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The Body’s Transport System

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Presentation on theme: "The Body’s Transport System"— Presentation transcript:

1 The Body’s Transport System
Section 1

2 The Cardiovascular System
The cardiovascular system consists of the heart, blood vessels, and blood. The cardiovascular system is also known as the circulatory system. It carries needed substances to cells and carries waste products away from cells. In addition, blood contains cells that fight disease.

3 Delivering Needed Materials
Most substances that need to get from one part of the body to another are carried by blood. Blood carries oxygen from your lungs to your other body cells. Blood transports glucose that your cells use to produce energy.

4 Removing Waste Products
The cardiovascular system picks up waste from cells. When cells break down glucose, they produce carbon dioxide as a waste product. The carbon dioxide is carried through blood to the lungs and is exhaled.

5 Fighting Disease The cardiovascular system transports cells that attack disease-causing microorganisms. This helps keep you from being sick by killing the microorganisms and helping to get you well.

6 The Heart The heart is a hollow, muscular organ that pumps blood throughout the body. The heart is in the middle of your chest, behind you sternum and rib cage. Each time the heart beats, it pushes blood through the blood vessels of the cardiovascular system.

7 The Heart

8 The Heart’s Structure The heart has a right side & a left side that are completely separated by a wall of tissue called the septum. Each side has two chambers, upper and lower. The upper chamber is called the atrium which receives blood that come into the heart. The lower chamber is called the ventricle which pumps blood out of the heart. The atrium and ventricle are separated by a valve, which is a flap of blood that prevents blood form flowing backward.

9 How the Heart Works The heart has 2 main phases-
Phase one, the heart muscles relax and fills with blood. Phase two, the heart muscles contract and pumps blood forward. Your heartbeat is the pumping phase. When the heart relaxes, blood flows into the chambers. When it contracts, it sends blood from the atria through the valve to the ventricles. The valves snap closed. This all happens in less than a second.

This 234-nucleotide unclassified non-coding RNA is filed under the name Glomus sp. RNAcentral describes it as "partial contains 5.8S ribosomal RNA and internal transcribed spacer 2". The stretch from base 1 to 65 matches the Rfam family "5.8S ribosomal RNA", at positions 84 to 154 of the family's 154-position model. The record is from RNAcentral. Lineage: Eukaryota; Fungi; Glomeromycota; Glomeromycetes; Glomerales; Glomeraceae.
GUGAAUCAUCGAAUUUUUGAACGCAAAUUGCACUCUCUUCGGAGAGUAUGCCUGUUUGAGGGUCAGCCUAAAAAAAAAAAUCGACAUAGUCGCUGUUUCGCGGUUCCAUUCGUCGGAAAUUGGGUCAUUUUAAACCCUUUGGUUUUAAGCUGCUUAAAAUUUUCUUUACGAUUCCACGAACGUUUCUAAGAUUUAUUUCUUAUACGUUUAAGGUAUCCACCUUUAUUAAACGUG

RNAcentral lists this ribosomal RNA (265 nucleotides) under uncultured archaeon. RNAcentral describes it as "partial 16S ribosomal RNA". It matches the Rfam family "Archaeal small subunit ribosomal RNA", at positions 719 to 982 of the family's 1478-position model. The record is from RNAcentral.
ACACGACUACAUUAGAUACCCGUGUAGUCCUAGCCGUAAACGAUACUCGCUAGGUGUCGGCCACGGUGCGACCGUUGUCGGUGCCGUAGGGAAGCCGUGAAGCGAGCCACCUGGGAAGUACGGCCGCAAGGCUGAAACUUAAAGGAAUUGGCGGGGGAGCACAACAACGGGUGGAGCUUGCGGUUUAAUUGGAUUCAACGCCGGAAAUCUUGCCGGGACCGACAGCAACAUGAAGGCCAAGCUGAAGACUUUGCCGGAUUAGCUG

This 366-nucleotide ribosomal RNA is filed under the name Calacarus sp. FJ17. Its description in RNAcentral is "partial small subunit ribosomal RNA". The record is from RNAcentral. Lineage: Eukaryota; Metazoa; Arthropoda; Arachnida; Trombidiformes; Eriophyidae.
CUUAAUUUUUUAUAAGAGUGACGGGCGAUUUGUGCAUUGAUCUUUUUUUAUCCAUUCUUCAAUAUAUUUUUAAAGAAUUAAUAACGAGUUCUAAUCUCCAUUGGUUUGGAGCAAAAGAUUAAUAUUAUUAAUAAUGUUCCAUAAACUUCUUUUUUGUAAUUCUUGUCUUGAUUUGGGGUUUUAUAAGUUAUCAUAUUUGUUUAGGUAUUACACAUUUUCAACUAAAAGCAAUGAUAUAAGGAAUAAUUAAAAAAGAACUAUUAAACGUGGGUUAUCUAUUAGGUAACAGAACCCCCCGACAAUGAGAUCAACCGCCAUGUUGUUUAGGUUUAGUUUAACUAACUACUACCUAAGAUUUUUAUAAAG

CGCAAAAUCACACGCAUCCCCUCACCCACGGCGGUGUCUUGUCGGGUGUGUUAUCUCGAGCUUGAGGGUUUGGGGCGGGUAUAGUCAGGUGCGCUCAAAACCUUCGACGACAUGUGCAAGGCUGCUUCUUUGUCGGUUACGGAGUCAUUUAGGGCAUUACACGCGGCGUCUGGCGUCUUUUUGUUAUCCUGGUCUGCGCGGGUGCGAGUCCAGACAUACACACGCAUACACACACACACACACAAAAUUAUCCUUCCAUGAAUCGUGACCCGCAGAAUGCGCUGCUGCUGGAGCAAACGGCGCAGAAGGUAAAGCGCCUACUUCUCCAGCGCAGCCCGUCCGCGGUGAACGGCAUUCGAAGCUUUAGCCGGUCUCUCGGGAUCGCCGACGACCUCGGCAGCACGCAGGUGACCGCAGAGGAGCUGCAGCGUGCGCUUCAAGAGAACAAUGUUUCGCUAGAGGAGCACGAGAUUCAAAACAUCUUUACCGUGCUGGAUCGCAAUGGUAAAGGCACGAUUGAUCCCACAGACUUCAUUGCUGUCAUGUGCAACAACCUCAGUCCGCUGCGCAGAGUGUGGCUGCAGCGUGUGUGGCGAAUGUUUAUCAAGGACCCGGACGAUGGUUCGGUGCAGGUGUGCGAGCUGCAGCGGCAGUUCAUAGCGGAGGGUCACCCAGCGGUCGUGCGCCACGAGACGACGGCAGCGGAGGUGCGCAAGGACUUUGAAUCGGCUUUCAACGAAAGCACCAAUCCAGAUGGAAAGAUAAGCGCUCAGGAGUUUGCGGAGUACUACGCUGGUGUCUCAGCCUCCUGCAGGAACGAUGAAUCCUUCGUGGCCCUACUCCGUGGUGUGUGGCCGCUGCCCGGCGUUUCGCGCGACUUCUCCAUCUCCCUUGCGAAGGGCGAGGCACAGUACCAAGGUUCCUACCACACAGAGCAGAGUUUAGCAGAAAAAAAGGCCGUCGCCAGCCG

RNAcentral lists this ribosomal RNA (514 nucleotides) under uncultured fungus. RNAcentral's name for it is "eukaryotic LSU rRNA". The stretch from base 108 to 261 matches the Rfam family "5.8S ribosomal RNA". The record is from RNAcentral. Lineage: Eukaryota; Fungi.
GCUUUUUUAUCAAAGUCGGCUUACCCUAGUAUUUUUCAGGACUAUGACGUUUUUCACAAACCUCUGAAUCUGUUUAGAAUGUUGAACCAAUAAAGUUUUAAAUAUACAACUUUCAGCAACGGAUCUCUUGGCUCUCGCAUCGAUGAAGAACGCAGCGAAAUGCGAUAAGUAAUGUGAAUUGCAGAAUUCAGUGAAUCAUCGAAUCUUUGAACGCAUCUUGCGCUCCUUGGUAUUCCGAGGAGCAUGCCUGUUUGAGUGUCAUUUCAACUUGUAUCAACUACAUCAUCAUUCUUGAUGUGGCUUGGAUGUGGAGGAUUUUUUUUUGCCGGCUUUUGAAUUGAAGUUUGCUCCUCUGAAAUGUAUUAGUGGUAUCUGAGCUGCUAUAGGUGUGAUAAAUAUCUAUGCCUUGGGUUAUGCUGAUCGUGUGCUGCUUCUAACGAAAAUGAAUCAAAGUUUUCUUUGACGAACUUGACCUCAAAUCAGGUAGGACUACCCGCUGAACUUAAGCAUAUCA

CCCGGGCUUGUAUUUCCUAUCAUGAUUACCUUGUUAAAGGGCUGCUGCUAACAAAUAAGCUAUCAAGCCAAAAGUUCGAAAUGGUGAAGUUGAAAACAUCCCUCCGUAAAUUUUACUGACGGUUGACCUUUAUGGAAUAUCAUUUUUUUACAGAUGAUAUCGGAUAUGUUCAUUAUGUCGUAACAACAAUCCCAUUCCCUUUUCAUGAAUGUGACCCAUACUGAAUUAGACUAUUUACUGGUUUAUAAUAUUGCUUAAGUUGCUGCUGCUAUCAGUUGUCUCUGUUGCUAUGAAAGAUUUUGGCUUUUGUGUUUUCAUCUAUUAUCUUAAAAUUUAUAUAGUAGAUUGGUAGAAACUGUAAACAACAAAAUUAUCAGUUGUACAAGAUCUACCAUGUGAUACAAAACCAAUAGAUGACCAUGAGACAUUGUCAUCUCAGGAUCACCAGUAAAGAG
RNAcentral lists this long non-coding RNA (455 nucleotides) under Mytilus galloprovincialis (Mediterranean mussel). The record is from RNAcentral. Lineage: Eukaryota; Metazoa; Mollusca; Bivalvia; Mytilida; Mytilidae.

10 Regulation of Heartbeat
A group of heart cells called the pacemaker sends out signals that make the heart muscle contract. The pacemaker is located in the right atrium. The pacemaker receives messages about the body’s oxygen needs and adjusts your heart rate to match. While you are sitting quietly, you need much less oxygen than you do while you are exercising.

11 Two Loops After leaving your heart, blood travels in blood vessels through the body. Your body has 3 kinds of blood vessels: Arteries: blood vessels that carry blood away from the heart Capillaries: Tiny, narrow vessels where substances are changed between the blood and body cells. Veins: blood vessels that carry blood back to your heart. The flow of blood looks like a figure 8, with the heart in the middle. In the first loop, blood travels from the heart to the lungs and then back to the heart. In the second loop, blood is pumped from the heart throughout the body and back to the heart again.

12 Loop One When blood from the body flows into the right atrium, it contains little oxygen but a lot of carbon dioxide. It is dark red in color due to the lack of oxygen. The oxygen-poor blood goes from the right atrium to the right ventricle and then is pumped into the arteries that lead to the lungs. Blood in the lungs flow through tiny capillaries that are oxygen-rich. Oxygen moves from the lungs to the blood and the carbon dioxide in blood moves in the opposite direction. The blood becomes bright red due to the oxygen. It then flows to the left side of the heart and will be pumped through the second loop.

13 Loop Two The second loop begins as the left atrium fills with oxygen-rich blood from the lungs. The blood moves into the left ventricle and is then pumped into the aorta. The aorta is the largest artery in the body. This blood flows through tiny capillaries to different parts of your body such as the brain, lungs, and legs. Oxygen from the blood from moves into the body cells and carbon dioxide from the body cells move into the blood. The blood becomes oxygen-poor again, sending it back to the right atrium and beginning the process again.

14 The Two Loops


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